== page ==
Although everyone sweats, some people sweat more than others. Hyperhidrosis or excessive sweating, is a condition that affects some people.
Although this is not a medically serious illness, it can generate humiliation and self-consciousness about one's body odor. Fortunately, even if you sweat more than the "normal" person, there are a number of actions you can do to smell pleasant.
Method 1 of 3: Maintaining Good Hygiene
1. Shower on a regular basis.
Perspiration does not have an odor; body odor is created by microorganisms on your skin breaking down your sweat into acids. While bacteria are a natural part of your body's makeup, cleaning everyday can help you get rid of excess germs — and, more crucially, the acids they create.
2. You should shave your armpits.
Hair collects perspiration and odor, creating ideal circumstances for microorganisms that produce odor.
3. Changing your clothes on a regular basis.
At the very least, you should change your clothes every day. If you do strenuous labor that causes you to sweat or if you exercise, changing more than once a day is a smart idea.
4. Dress in clothes made of natural fibers.
Avoid clothing that is too tight or confining, as well as man-made fibers like nylon. These types of clothing limit your skin's ability to "breathe," causing you to sweat more.
5. Pay close attention to the socks and shoes you're wearing.
Socks should be thick, comfortable and made of natural fibers, or sports socks with moisture-wicking properties. Synthetic materials should be avoided in favor of leather, canvas, or mesh.
6. To avoid odors, use products that interact with the human body.
Some products aim to cover up odors, while others target the source of sweat.
A. Deodorant is a perfume that masks the odor of sweat without actually removing it.
B. Antiperspirant lowers the amount of sweat produced by the body. Aluminum chloride, the active ingredient in antiperspirants, prevents sweat glands from producing sweat. To avoid microorganisms on the roller, apply it with a paper towel.
7. Use a body spray or a perfume.
While fragrances are not a replacement for basic hygiene, they do mask unpleasant odors with a pleasant scent.
A. Experiment with different fragrances to find one that works well with your body chemistry.
B. Use only one or two sprays in total. People can be overwhelmed by too much fragrance, leaving a negative impression.
C. Keep a bottle of your favorite perfume or body spray in your bag to renew your aroma throughout the day.
D. Be aware of any scent-related rules at your employment or school. Artificial perfumes may cause allergic reactions in certain people, and you may not be allowed to wear them in certain places.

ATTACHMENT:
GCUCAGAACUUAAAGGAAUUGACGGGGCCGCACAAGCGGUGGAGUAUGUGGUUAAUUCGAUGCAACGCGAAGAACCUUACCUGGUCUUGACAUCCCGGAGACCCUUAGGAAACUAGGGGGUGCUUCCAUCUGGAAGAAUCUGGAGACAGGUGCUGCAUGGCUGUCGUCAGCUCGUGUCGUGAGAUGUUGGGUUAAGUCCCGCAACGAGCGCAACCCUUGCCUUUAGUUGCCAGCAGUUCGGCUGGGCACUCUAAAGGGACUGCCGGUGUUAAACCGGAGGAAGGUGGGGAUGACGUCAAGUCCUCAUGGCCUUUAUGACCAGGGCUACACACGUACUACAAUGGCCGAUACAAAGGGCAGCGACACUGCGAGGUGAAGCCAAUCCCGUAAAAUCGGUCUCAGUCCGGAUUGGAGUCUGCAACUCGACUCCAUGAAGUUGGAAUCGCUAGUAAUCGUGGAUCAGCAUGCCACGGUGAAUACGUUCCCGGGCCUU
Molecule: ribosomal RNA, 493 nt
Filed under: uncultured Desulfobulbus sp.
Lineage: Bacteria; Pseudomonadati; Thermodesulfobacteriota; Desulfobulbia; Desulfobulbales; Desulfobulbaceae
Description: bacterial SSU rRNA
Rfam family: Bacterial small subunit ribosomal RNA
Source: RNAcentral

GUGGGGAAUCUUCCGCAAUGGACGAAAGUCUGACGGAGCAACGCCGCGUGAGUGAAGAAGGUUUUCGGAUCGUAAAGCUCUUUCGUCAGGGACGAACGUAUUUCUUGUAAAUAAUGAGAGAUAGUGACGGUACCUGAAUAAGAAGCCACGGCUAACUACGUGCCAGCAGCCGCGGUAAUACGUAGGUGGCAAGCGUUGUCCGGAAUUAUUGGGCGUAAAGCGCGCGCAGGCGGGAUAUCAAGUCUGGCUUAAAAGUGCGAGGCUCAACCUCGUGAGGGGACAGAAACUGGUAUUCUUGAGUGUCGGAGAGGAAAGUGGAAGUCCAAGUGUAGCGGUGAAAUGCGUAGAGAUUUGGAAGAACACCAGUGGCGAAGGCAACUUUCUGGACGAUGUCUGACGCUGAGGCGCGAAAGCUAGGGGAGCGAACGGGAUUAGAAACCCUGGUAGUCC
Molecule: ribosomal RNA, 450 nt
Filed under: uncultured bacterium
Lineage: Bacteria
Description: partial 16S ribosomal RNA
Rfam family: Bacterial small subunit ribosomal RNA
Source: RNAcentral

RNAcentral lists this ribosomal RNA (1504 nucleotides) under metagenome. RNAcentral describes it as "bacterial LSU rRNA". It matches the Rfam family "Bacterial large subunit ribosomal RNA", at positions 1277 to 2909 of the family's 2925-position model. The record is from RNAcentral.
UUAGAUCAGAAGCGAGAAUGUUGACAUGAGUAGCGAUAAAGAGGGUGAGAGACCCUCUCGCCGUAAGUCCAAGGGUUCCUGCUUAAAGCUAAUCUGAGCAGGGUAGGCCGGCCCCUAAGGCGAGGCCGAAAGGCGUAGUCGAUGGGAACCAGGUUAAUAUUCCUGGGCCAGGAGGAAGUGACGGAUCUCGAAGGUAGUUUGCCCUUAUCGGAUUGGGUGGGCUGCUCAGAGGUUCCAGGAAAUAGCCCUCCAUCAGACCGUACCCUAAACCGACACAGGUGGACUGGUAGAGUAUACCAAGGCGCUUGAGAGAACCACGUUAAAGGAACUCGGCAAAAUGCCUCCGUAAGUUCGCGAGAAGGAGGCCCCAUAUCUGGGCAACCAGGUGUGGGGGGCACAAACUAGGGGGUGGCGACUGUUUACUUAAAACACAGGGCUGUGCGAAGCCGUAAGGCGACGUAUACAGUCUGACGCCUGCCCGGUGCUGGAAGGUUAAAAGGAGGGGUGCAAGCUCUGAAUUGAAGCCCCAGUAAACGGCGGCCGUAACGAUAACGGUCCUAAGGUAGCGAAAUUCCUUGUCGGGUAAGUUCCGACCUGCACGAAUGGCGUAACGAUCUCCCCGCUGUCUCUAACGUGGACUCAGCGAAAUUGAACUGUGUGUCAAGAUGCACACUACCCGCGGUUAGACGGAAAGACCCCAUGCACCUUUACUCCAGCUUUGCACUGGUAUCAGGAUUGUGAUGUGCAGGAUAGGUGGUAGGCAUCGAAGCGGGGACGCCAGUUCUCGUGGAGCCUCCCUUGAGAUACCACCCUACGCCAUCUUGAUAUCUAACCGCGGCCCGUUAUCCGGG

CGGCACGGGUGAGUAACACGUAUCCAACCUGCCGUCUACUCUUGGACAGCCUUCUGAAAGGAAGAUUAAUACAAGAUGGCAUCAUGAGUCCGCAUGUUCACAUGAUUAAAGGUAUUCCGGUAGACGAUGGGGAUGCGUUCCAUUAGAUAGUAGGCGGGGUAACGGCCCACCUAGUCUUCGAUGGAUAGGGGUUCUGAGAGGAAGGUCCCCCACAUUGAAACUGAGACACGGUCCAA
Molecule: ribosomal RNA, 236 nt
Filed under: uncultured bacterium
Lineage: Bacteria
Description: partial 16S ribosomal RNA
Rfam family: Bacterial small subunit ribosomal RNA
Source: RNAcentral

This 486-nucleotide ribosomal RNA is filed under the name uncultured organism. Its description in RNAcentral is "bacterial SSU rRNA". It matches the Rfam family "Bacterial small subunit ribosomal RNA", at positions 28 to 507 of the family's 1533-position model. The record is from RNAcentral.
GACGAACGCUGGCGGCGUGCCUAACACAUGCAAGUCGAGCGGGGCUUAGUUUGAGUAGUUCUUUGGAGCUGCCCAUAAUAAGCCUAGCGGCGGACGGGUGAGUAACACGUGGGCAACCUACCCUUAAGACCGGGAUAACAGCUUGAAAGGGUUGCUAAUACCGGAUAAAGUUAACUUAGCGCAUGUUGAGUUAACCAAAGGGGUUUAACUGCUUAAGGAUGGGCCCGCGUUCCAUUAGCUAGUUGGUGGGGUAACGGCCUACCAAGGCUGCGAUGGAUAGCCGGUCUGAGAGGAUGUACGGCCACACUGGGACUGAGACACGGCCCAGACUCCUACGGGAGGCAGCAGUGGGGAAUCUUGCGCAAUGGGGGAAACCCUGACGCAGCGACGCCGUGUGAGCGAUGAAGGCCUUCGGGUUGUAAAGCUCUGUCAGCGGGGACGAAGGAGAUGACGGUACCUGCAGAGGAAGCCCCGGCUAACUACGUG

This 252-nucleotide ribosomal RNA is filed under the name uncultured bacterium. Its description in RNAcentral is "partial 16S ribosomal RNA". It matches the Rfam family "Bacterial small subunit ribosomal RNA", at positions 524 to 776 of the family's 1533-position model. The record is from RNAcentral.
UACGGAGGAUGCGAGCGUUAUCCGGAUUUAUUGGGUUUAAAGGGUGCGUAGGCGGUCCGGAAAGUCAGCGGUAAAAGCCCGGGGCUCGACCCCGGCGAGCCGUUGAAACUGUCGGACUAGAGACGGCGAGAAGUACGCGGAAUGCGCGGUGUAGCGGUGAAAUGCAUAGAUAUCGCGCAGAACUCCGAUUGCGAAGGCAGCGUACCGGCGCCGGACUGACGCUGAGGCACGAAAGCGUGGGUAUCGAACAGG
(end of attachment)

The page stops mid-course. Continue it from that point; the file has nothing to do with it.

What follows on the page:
Method 2 of 3: Sweat Reduction
1. Stay in a healthy weight range.
Excess weight makes your body work harder, boosting your temperature and causing you to sweat more. Excessive weight can generate skin wrinkles that harbor bacteria, so pay special care to these areas when bathing.
2. Limit your intake of spicy foods and alcoholic beverages.
When you ingest these foods, you sweat more and perspiration interacts with germs on your skin to produce body odor, as previously stated. By reducing or removing these foods from your diet, you will be able to control your perspiration volume and, as a result, maintain a pleasant odor.
3. Protect your garments with armpit protectors.
While this method will not reduce the amount of perspiration you produce, it will allow you to wear shirts and sweaters for longer before they become smelly. Shields are typically composed of absorbent material to prevent sweat from adhering to your skin and becoming odorous. You'll also reduce the visibility of your sweat.
4. Maintain an optimistic frame of mind.
The "chemosignals," or body odor, of people in a joyful mental state tended to inspire a positive reaction in others exposed to their odor, according to a recent scientific study. To put it another way, if you're happy, the message you send out spreads happiness – even your body odor smells good!
Method 3 of 3: Taking Care of Serious Medical Issues
1. Determine whether your perspiration has a fruity or bleachy odor.
Perspiration that smells like fruit can be a sign of diabetes, while sweat that smells like bleach can be a sign of liver or kidney problems. If you're concerned that your perspiration is an indication of a serious medical problem, see your doctor.
2. If you suspect you have hyperhidrosis, see your doctor.
You should be able to maintain a pleasant odor with basic hygiene. If the problem persists, your doctor may be able to prescribe more powerful therapies to get rid of the excessive sweat that is producing your body odor.
3. If your concerns about body odor have gotten unbearable, consider therapeutic plastic surgery.
Before you take such a drastic step, try the measures listed above, but if your problems are substantially affecting your quality of life, surgical solutions are available.
A. The most bothersome apocrine sweat glands can typically be removed by removing a small patch of skin from a patient's armpit and the tissue right below the armpit.
B. Liposuction can occasionally be used to remove sweat glands from deeper layers of the skin.
4. As a final resort, discuss ETS surgery with your doctor.
The nerves that control sweating in a problem location are destroyed during an endoscopic thoracic sympathectomy, or ETS.
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